Diagnosis

Improper brain development in individuals with PDHA is observable in the womb via ultrasound or MRI after birth, although brain malformations may result from any number of other factors. Babies born with PDHA may exhibit low birth weight, a weak suck, failure to thrive, lack of muscle tone, and unusual appearance of the head, face, and limbs. Convulsions, developmental delay, and eye problems may develop a few months after birth. A diagnosis of PDHA is generally confirmed with a blood test for severe lactic acidosis, an observance of deficient PDH activity in sampled or cultured fibroblasts, or by an observance of elevated amounts of lactate and pyruvate in the cerebrospinal fluid drawn in a spinal tap.

974

G A L E E N C Y C L O P E D I A O F G E N E T I C D I S O R D E R S

Treatment and management

Treatment of PDHA is on a case-by-case basis depending on the observed symptoms. These treatments may include early and continuing intervention programs for developmental delays and mental retardation, anticonvulsants to control seizures, muscle relaxants to control spasticity, and/or surgery to release the permanent muscle, tendon, and ligament tightening (contracture) at the joints that is characteristic of longer term spasticity.

A high fat diet including beer as an alternative source of the chemical acetyl-CoA that is not produced in high enough supply because of the deficiency of PDH enzyme is often recommended for those individuals affected with PDHA. Dietary supplements of thiamine, liproic acid and L-carnitine have also proven beneficial in some cases.

Prognosis

The prognosis for PDHA affected individuals varies widely with the severity of the symptoms. Until gene or enzyme replacement therapy becomes available, the most seriously affected individuals are not likely to receive relief from their symptoms and many will die at early ages. For those less seriously affected, several treatments are available to improve quality of life. Many less severely affected individuals live normal lifespans with their abilities and quality of life only limited by the degree of mental impairment and muscle spasticity that is present.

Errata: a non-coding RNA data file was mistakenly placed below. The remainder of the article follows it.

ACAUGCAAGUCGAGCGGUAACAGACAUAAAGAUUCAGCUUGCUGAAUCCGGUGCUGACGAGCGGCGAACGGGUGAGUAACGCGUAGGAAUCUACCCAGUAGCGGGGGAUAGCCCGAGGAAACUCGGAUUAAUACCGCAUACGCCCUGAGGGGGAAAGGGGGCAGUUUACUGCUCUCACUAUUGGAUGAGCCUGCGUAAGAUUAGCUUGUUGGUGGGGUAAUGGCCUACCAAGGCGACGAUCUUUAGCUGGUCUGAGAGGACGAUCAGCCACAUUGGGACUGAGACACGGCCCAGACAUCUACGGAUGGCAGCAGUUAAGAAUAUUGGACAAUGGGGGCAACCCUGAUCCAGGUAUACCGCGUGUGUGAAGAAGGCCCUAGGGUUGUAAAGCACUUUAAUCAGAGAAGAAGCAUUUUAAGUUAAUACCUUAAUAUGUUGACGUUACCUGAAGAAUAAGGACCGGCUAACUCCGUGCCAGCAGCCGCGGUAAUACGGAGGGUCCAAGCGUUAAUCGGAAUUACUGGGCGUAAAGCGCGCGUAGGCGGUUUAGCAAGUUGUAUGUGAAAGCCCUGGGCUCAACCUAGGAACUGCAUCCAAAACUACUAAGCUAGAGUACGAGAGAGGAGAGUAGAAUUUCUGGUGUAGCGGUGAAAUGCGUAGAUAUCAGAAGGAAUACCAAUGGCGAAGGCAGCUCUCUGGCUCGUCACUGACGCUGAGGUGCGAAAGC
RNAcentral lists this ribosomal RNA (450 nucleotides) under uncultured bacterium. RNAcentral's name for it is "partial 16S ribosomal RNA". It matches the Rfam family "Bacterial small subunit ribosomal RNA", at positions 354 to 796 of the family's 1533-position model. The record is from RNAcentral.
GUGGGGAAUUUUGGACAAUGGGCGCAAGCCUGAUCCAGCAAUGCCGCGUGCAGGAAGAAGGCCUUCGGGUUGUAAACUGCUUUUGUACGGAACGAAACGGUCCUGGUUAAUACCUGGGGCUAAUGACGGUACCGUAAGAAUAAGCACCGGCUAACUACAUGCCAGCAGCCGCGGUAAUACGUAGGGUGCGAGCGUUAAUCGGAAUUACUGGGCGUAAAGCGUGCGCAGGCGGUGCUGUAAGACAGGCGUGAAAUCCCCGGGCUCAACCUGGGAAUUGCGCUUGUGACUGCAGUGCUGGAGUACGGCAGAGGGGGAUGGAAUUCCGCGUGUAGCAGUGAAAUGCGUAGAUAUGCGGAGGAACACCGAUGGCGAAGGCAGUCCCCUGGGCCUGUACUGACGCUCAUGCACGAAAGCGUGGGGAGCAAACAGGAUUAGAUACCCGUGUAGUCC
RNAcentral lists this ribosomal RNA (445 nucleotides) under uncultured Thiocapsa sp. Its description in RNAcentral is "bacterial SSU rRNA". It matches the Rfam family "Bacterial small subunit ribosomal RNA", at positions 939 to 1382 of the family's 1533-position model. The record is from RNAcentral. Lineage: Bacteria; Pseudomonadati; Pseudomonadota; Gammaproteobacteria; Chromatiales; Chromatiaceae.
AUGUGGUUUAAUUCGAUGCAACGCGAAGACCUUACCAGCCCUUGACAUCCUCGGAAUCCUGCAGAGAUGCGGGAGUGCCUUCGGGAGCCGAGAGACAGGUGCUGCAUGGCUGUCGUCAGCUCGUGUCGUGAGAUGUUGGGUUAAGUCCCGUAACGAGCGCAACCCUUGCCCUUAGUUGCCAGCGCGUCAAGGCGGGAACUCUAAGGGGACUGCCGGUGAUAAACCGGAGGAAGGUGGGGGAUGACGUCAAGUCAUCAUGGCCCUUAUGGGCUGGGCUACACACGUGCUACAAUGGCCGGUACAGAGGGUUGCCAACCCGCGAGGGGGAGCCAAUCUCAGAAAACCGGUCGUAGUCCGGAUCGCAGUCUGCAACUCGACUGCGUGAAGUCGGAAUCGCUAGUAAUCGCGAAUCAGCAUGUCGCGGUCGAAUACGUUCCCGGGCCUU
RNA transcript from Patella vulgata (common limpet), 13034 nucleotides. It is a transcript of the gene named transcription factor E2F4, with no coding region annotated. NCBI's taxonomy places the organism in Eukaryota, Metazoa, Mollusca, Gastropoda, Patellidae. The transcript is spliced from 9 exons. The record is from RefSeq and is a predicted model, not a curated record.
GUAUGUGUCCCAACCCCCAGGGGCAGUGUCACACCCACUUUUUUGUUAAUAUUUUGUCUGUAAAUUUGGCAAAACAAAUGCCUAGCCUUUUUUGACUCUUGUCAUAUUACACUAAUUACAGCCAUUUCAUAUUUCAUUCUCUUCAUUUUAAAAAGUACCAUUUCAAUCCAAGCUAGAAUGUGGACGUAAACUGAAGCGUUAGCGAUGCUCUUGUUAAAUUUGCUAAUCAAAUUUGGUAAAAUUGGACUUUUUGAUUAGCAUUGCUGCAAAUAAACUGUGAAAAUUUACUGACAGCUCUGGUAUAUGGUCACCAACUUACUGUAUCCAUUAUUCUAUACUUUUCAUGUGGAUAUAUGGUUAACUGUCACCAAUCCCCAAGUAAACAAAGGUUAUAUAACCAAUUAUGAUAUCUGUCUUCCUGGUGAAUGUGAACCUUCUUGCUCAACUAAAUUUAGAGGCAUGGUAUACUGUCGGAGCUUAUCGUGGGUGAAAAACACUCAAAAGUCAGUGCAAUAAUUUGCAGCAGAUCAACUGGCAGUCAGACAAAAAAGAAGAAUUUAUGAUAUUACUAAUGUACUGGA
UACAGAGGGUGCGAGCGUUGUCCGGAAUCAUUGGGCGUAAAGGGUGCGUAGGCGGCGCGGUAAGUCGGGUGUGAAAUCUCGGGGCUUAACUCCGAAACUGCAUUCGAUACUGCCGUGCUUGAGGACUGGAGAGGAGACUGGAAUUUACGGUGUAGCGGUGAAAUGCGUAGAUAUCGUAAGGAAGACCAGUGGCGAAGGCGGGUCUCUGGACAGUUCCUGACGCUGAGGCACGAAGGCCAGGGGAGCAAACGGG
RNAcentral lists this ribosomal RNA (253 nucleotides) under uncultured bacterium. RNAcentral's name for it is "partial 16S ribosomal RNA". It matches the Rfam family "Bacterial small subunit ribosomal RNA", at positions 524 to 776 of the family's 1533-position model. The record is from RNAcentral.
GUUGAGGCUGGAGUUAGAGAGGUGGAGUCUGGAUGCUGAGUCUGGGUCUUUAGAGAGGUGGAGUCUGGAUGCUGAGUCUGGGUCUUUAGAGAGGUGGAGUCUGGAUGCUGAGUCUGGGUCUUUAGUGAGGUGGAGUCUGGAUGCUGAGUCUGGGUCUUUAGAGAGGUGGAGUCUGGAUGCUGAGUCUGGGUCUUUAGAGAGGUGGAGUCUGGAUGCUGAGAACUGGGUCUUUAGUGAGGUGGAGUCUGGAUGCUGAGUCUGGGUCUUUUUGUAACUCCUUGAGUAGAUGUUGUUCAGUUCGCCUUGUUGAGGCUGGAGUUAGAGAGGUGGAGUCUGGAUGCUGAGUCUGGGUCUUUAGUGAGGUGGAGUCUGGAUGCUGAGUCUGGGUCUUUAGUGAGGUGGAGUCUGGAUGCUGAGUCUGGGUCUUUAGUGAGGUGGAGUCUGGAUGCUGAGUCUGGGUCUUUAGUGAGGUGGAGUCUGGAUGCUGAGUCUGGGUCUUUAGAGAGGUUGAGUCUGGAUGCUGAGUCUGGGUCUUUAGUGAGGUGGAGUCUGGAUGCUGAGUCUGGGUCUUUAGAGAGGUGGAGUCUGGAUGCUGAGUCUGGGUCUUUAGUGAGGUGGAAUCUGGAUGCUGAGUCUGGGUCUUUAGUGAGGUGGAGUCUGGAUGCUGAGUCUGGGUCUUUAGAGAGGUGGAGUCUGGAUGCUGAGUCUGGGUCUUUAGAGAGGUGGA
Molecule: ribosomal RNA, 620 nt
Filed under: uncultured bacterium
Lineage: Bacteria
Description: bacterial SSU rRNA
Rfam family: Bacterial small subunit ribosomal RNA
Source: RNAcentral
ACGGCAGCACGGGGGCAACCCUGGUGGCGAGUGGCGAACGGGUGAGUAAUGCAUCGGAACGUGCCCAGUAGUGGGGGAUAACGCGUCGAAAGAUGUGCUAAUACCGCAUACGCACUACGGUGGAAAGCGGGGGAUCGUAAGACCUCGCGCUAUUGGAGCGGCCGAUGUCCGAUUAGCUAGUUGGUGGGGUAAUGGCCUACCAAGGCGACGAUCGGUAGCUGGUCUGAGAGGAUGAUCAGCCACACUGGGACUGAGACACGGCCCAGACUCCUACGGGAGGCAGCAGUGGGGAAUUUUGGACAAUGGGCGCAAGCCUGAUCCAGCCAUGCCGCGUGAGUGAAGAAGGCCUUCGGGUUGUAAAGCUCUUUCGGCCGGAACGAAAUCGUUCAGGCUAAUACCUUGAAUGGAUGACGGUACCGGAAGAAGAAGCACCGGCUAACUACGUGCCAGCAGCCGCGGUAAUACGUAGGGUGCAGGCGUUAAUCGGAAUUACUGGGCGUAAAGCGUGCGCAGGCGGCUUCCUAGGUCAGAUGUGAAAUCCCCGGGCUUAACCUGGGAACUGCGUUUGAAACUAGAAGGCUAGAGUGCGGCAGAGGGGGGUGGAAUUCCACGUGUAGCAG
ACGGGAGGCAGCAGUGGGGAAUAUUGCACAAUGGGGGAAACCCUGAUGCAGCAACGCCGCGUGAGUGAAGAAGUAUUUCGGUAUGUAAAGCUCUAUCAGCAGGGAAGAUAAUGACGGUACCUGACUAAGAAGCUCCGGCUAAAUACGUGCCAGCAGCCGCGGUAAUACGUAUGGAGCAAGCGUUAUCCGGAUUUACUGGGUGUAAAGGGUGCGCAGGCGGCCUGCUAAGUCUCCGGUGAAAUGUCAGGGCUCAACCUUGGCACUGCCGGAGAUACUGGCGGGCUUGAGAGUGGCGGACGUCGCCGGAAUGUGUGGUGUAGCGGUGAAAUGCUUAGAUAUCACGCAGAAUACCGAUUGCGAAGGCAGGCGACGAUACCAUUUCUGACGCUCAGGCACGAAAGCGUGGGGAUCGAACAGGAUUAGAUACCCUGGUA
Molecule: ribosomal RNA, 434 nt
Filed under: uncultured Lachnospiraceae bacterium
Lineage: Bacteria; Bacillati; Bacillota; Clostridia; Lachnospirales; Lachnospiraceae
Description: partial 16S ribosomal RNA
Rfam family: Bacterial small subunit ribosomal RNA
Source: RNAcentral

Resources

PERIODICALS

Harris, E. and J. Hey “X chromosome evidence for ancient human histories.” Proceedings of the National Academy of

Sciences of the United States of America (March 1999): 3320-4.

Hesterlee, S. “Mitochondrial disease in prespecitve: Symptoms, diagnosis and hope for the future.”Quest (October 1999).

Lissens, W. et al. “Mutations in the X-linked pyruvate dehydrogenase (E1) alpha subunit gene (PDHA1) in patients with a pyruvate dehydrogenase complex deficiency.” Human Mutations (2000): 209-19.

ORGANIZATIONS

Children’s Mitochondrial Disease Network. Mayfield House, 30 Heber Walk, Chester Way, Northwich, CW9 5JB. UK 01606 44733. http://www.emdn-mitonet.co.uk .

United Mitochondrial Disease Foundation. PO Box 1151, Monroeville, PA 15146-1151. (412) 793-8077. Fax: (412) 793-6477. http://www.umdf.org .

WEBSITES

International Mitochondrial Disease Network. http://www

.imdn.org/index.html

Jablonski’s Multiple Congenital Anomaly/Mental Retardation (MCA/MR) Syndromes Database http://www.nlm.nih

.gov/cgi/jablonski/syndrome_cgi?index=548 .

Neuromuscular Center of the Presbyterian Hospital of Dallas.

http://www.texashealth.org/nmc/pyruvate_dehydrogenase

.htm .

OMIM—Online Mendelian Inheritance in Man. http://www

.ncbi.nlm.nih.gov/htbin-post/Omim/dispmim?312170 (February 15, 2001).

Paul A. Johnson

I Pyruvate kinase deficiency

Definition

Pyruvate kinase deficiency (PKD) is part of a group of disorders called hereditary nonspherocytic hemolytic anemias. Hereditary nonspherocytic anemias are rare genetic conditions that affect the red blood cells. PKD is caused by a deficiency in the enzyme, pyruvate kinase. Although PKD is the second most common of the hereditary nonspherocytic anemias, it is still rare, with the incidence estimated to be 51 cases per million in the Caucasian population.

Description

In PKD, there is a functional abnormality with the enzyme pyruvate kinase. Usually, pyruvate kinase acts as a catalyst in the glycolysis pathway, and is considered an essential component in this pathway. Glycolysis is the method by which cells produce their own energy. A problem with any of the key components in glycolysis can alter the amount of energy produced. In the red blood cells, glycolysis is the only method available to produce energy. Without the proper amount of energy, the red blood cells do not function normally. Since pyruvate kinase is one of the key components in glycolysis, when there is a problem with this enzyme in the red blood cells, there is a problem with the production of energy, causing the red blood cells to not function properly.